It is not FUD. Even for a techie there's a decent amount of setup involved, not to mention the pain and cost of having to maintain an entirely separate computer dedicated to video surveillance. I have my own poe setup and maintenance is just annoying in order to maintain feature parity with a major service. For a non-techie, it's not even an option. Also indoor cameras are not equivalent to outdoor cameras, especially in terms of cost. It is going to cost a few thousand dollars for a decent non-cloud setup.

To pile on, I picked up a few Wyze Cameras for $25ea, reflashed them with Dafang Hacks, and they work perfectly well for catching porch pirates and people coming down my block pulling every car door handle.

No cloud dependence, subscription needed or extra internet bandwidth use.

You're still dependent on binary Chinese firmware blobs that these tools are based on. Not something I consider trustworthy.

The fact that they don't require a cloud/internet connection should relieve much of the worry already... and it's not as if the original firmware wasn't Chinese either.

Pretty sure most of the other blobs also come from China.

> No cloud dependence,

I own a few. I'm pretty sure you need to talk to centralized servers in order to hit your cameras, especially remotely - the time it matters most. Did I miss something?

The Dafang firmware he flashed allows RTSP so they can be used as generic VOIP cameras. That functionality isn't present in the original firmware.

Umm, these cameras offer RTSP streams, not SIP. Wish they offered SIP for use of the mic and speaker though...

Haha, sorry. I meant IP cameras, not VOIP.

i live in alaska, and there are a lot of undereducated people that do just fine setting up home networked cameras. it isnt difficult to do, and people here really hate "the man" so ring and any other cloud based security is not an option. thats the knee jerk part of it. there is also frequent power interruptions brownouts blackouts. so a lot of people straddle off n on grid. a local surveilance system is the only working option here if you need it to be continuous LAN service. I really do hope a bunch of "snow billies" [self included] are not smarter than HN users.

this just in. Ring is also a "ceiling cat". https://9to5google.com/2019/01/10/ring-camera-live-feed-acce...

IKEA can't get people to assemble a fucking box, and you're here telling me that it's totally possible for people to set up their own networked camera system?

Yes, it's possible. No, it's not easy. I've been working as a software dev for like 10 years now and I would happily purchase Ring instead of pulling my hair out for a whole weekend trying to yak-shave[1] my way to a hacked together security camera system.

[1] https://seths.blog/2005/03/dont_shave_that/

Edit: Everyone, just read the replies to my original comment and you will see why Ring is better. There's a million different ways to setup a home camera system, each with their own intricacies and challenges. THIS is why Ring is better. It's the ONE solution that ties together all this technical bullshit that nobody really wants to deal with (unless you're passionate about networking. Which is probably a lot of the users on this board. Which is why I'm probably getting crushed with downvotes).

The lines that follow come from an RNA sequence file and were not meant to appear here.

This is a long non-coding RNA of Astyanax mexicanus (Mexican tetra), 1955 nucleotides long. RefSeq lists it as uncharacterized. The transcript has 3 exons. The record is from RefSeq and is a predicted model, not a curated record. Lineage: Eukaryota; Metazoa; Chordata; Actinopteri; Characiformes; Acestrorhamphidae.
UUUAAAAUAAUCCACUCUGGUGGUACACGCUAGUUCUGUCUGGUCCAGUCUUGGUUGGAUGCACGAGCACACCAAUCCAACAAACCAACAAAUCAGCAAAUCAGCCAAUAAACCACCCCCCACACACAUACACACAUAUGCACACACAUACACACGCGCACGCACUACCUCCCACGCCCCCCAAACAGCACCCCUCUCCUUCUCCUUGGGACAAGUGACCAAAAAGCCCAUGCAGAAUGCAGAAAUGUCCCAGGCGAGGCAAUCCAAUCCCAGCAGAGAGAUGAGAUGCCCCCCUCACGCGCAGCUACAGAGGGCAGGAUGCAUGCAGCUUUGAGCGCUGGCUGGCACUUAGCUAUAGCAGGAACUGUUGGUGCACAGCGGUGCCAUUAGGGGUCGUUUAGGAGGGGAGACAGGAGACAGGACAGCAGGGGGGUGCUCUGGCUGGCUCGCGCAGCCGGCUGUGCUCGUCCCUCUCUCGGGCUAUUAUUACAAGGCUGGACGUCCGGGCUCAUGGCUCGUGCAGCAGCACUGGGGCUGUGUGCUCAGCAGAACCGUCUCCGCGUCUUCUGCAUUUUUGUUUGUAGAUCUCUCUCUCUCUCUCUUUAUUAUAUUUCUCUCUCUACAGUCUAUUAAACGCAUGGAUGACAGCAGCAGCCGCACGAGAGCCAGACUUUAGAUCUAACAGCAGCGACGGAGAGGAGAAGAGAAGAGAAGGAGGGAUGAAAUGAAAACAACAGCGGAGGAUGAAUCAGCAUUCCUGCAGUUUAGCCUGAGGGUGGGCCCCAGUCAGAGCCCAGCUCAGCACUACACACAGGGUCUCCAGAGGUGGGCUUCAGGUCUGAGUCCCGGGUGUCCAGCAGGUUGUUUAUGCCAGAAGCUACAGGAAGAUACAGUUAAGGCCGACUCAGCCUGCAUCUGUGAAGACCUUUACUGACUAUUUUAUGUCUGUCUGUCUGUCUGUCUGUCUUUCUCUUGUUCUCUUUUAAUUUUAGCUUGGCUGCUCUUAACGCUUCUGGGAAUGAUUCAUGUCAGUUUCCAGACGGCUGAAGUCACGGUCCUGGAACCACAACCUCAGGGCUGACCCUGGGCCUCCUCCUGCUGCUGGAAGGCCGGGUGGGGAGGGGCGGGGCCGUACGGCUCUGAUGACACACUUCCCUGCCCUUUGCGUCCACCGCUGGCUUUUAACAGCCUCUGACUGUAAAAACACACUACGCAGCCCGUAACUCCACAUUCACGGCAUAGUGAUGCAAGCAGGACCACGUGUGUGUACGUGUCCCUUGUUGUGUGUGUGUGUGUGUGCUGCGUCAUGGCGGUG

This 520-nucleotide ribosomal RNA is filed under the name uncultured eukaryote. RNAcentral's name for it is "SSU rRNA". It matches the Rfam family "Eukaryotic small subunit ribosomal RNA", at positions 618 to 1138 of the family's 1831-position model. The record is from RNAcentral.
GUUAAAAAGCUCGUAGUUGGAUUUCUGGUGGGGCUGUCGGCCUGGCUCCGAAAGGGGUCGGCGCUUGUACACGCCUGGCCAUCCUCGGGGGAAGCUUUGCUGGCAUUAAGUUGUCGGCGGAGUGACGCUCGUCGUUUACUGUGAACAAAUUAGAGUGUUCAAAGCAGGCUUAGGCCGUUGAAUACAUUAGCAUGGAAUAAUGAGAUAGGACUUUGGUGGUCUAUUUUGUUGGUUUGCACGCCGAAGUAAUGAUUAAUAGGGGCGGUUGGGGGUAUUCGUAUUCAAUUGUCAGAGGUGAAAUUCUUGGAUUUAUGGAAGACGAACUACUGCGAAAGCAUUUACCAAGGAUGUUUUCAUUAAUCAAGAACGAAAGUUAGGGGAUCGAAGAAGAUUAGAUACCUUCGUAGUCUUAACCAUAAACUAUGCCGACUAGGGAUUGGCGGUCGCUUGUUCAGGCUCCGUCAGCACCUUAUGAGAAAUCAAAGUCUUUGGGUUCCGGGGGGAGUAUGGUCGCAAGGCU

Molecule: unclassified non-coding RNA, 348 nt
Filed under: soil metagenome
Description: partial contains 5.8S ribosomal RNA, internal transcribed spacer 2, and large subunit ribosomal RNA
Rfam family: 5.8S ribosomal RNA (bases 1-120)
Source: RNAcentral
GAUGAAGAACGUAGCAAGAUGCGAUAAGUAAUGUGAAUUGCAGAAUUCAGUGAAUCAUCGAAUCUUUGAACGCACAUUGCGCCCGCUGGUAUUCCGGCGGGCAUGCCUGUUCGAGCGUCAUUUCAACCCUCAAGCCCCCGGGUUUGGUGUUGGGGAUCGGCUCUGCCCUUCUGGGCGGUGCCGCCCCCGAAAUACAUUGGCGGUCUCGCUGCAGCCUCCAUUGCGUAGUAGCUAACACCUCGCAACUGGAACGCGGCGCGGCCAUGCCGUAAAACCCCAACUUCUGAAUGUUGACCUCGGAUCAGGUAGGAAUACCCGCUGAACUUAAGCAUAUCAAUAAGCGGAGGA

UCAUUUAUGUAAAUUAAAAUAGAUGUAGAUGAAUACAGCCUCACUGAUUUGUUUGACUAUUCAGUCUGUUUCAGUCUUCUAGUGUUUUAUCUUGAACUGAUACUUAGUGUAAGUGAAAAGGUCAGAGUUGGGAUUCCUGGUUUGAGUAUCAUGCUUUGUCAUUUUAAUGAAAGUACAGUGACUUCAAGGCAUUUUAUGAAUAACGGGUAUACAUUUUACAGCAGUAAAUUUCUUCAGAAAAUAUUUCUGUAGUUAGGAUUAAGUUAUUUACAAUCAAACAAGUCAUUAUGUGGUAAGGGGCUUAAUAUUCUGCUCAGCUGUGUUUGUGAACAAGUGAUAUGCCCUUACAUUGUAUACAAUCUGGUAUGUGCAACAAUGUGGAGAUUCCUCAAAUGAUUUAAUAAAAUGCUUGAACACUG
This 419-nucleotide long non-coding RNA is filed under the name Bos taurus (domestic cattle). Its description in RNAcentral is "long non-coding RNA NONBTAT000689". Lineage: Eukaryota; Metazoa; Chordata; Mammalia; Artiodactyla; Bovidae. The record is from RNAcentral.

The problem is that the original intent of buying such a device has now been subsumed under a tech company and government agenda, the surveillance state. When you see Ring on the shelf everywhere, it isn't advertised as a way to surveil you and your family, to scan your face and report your video and audio to cops.

This reminds me of 23 and Me which acts like it's helping you but, by signing up, you agree to help Big Pharma and cops keep track of you.

That's a reason to be opposed to Ring. Hell, it's a reason to be opposed to surveillance cameras in general. What it is not, is an argument about the ease of installing your own DVR set up.

This is true. However, it seemed relevant to the thread.

> > A DVR and a set of "old school" network cameras in an internal network have none of those problems

> Ring is a $300 purchase and takes an hour to install. This would take me a few weekends and would cost thousands of dollars. Cloud centralization makes things easier and cheaper, by orders of magnitude.

I have a number of "old school" network cameras and an on-site DVR, it doesn't take "a few weekends" to set everything up.

Adding a camera is simply a matter of following the instructions to connect it to the network. This would be the same process for a Ring or an "old school" camera. Adding a camera to Blue Iris is a 5-15 minute job, depending on how much tweaking you want to do to the motion detection settings.

In terms of implementing from scratch, I picked up a refurbished Windows 10 Pro machine, set up and updated Windows, installed Blue Iris, and added my cameras, in an evening.